No we add a simple implementation by simply adding the text ‘Hello World’:
Save and activate this class.
Now we go back to the previous class: the application class. In here we now edit the GET_ROOT_HANDLER implementation we left empty earlier:
If the URL is getting the input /hello then the handler class (our resource class) ZCL_HELLO_WORLD_RES_REST is called. This class will return the string.
Save and activate again. The coding work is done.
Now we need to make a runtime implementation. Goto transaction SICF and select the main node default_host first. Then select from the menu Service/Host the option Create Service:
Fill out the name of the service and click ok. In the next screen give a description and in the Handler List section refer to the application class ZCL_HELLO_WORLD_REST:
Save the service. The service is created but not active. To activate right click on the service and select Activate:
Testing the service
From the previous SICF screen right click the service again and select the option Test Service. A screen will come that says “No suitable resource found”. Now modify the URL by adding /hello after the test in the URL, and press enter again:
The URL build up: the test is the name defined in SICF. The /hello was defined in the application class.
Authorizations and security
The REST library has no specifics about authorization and security. So you have to take care your self.
Business authorization security: has to be built in via AUTHORITY-CHECK statements at the correct spots.
Technical security is provided in the Logon Data tab on the SICF node. Here you can set requirements for the technical logon method and if you only allow https.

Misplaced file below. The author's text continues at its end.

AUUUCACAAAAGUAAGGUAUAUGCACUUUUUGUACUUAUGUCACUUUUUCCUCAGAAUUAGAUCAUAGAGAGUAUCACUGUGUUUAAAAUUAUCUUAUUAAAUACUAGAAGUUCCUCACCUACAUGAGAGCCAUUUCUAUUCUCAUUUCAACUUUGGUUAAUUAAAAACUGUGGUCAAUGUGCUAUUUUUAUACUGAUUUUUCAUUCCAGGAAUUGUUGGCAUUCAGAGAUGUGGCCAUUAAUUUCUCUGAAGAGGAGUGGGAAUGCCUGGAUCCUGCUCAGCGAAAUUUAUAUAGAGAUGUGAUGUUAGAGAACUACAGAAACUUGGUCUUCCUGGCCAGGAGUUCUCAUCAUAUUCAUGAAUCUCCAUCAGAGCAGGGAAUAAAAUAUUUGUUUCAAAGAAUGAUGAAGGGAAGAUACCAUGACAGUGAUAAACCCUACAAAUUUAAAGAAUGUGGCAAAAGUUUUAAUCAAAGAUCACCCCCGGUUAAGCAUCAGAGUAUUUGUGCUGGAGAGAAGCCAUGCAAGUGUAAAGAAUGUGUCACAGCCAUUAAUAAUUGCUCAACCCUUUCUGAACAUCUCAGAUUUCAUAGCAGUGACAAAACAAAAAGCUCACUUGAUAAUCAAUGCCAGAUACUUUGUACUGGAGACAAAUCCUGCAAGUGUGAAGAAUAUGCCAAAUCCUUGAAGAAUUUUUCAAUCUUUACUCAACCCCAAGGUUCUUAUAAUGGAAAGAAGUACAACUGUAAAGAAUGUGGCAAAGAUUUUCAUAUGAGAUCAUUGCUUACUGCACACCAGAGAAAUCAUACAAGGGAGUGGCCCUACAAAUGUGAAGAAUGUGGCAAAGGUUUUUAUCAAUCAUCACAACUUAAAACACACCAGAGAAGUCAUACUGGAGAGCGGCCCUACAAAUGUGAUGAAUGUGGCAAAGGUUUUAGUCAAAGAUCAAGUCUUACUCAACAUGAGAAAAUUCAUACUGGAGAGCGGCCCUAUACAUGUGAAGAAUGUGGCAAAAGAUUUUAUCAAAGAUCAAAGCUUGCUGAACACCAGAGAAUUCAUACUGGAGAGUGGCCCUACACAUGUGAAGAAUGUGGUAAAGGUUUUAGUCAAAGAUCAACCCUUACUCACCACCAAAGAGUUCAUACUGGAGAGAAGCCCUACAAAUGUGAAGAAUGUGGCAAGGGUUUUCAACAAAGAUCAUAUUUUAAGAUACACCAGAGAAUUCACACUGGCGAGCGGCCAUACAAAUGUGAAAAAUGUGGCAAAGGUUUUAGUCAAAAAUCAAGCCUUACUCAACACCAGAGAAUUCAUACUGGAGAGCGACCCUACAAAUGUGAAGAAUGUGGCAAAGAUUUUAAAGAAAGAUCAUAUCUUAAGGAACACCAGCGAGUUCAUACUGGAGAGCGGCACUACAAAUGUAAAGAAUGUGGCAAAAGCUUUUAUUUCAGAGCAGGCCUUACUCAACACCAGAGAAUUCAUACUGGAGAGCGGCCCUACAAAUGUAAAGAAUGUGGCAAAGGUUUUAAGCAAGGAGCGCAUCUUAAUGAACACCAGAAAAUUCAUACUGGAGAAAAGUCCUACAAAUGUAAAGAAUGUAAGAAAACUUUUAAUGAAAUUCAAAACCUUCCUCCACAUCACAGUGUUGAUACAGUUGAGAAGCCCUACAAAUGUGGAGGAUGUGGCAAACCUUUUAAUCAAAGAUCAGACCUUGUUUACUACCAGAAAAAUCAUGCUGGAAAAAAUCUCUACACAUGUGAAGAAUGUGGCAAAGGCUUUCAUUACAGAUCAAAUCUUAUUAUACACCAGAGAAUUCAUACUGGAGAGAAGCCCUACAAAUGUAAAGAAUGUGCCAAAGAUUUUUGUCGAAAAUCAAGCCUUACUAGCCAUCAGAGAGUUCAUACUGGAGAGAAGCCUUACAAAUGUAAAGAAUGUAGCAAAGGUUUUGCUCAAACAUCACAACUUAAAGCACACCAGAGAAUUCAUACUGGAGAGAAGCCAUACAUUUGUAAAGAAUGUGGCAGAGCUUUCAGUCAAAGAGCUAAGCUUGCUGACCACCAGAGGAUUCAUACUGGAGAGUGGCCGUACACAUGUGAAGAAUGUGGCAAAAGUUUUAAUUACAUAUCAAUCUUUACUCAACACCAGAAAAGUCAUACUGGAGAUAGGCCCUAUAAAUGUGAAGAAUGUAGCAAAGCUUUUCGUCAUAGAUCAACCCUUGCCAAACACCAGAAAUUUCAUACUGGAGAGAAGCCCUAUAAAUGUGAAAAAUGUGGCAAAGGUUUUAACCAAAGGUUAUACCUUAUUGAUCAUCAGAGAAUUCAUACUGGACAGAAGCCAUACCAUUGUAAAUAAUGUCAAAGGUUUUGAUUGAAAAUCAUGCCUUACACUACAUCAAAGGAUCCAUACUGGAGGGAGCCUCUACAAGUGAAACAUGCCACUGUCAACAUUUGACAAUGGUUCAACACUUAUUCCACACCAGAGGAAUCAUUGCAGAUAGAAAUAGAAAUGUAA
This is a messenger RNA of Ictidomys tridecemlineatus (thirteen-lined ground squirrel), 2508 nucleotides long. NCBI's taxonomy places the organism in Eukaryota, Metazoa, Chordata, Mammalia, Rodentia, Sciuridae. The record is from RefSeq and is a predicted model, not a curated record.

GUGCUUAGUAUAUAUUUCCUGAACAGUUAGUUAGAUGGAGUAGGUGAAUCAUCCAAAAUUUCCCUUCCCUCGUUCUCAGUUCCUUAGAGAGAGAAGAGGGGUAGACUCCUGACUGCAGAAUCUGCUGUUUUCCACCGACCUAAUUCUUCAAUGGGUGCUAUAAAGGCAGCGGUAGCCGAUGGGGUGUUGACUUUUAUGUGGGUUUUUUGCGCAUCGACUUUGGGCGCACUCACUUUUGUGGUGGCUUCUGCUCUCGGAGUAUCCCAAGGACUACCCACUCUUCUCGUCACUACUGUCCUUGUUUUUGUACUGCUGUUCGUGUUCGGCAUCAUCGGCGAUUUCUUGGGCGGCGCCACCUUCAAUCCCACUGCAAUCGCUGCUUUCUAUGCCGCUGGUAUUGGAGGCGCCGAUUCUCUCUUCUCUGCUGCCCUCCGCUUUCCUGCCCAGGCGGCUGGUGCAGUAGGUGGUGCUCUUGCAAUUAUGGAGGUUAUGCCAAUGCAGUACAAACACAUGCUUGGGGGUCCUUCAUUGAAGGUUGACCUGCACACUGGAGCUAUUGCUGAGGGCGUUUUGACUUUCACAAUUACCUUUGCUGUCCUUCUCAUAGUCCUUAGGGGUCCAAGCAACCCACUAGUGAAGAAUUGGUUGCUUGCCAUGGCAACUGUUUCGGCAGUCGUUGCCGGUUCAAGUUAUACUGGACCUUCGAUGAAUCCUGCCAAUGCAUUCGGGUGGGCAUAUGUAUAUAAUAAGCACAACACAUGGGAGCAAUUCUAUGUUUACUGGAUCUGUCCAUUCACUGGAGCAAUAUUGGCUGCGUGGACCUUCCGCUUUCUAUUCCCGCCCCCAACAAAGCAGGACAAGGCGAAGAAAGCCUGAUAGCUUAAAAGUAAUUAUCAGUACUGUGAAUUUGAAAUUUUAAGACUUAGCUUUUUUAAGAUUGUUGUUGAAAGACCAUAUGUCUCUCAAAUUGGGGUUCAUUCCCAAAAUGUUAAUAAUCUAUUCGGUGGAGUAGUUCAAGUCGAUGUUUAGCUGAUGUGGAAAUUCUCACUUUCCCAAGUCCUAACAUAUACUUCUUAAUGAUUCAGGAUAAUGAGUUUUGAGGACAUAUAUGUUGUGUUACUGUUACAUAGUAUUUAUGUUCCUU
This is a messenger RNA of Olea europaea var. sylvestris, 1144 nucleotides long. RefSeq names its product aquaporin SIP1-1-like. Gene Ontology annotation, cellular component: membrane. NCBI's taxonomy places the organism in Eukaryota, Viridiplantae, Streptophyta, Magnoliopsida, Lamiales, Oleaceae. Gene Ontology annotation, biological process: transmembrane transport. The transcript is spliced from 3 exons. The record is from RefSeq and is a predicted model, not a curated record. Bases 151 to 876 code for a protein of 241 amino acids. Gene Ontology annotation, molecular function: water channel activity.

In the previous blog we have setup RFC enabled function module. If you want to expose this function module as ODATA service you can use the wizard in transaction SEGW. This blog assumes the basis ODATA basis activation has been performed (see this blog).
Questions that will be answered in this blog are:
How do I generate an ODATA service based on a RFC function module?
How do I test if the ODATA service is properly working?
Set up of the ODATA service
Start transaction SEGW and create a new project:
Now start the RFC import wizard by right clicking on Data Model and selecting the option Import and then RFC/BOR interface:
Now select the data parameters:
And enter which field is key field:
After pressing finish the wizard will generate the needed classes.
Save your work and press the check button to validate if everything is ok:
Now we need to map the implementation to the RFC module. Right click on the GetEntitySet below ZODATADEMOENTITYSet and select Map to Data Source:
Now map the fields (you can use drag and drop):
Now you need to map the data fields correctly and press check.
Save your work.
Generation of objects
You can see that the Runtime Artifacts section is still empty.
Now press the button Generate Runtime Artifacts:
Wait for the generation to finish:
Now the runtime artifacts are generated, but the service maintenance is not done yet. Open the section Service maintenance and double click on the system:
Now press the Register Service button:
Accept settings and assign package for transport:
Now the registration status is green.
Testing the ODATA service
Press the button SAP Gateway Client (or start transaction /IWFND/GW_CLIENT directly, and then enter the correct service):
The test client starts:
Enter the correct inputdata: /sap/opu/odata/SAP/ZODATADEMO_SRV/ZODATADEMOENTITYSet(‘1’)
And check the output:
The example above seems simple, but you will face more issues in real live implementation when you need to add tables and more complex structures. In those cases additional configuration and many times extra coding in the methods of the generated classes is required.
The user calling the ODATA service needs a special right in SAP to be allowed to call the ODATA service.
Start transaction PFCG and create a new role. On the menu tab select the option Authorization Default. Then select type Tadir and object type IWSV gateway business suite enablement. Now you can finally search for our own developed and activated ODATA service: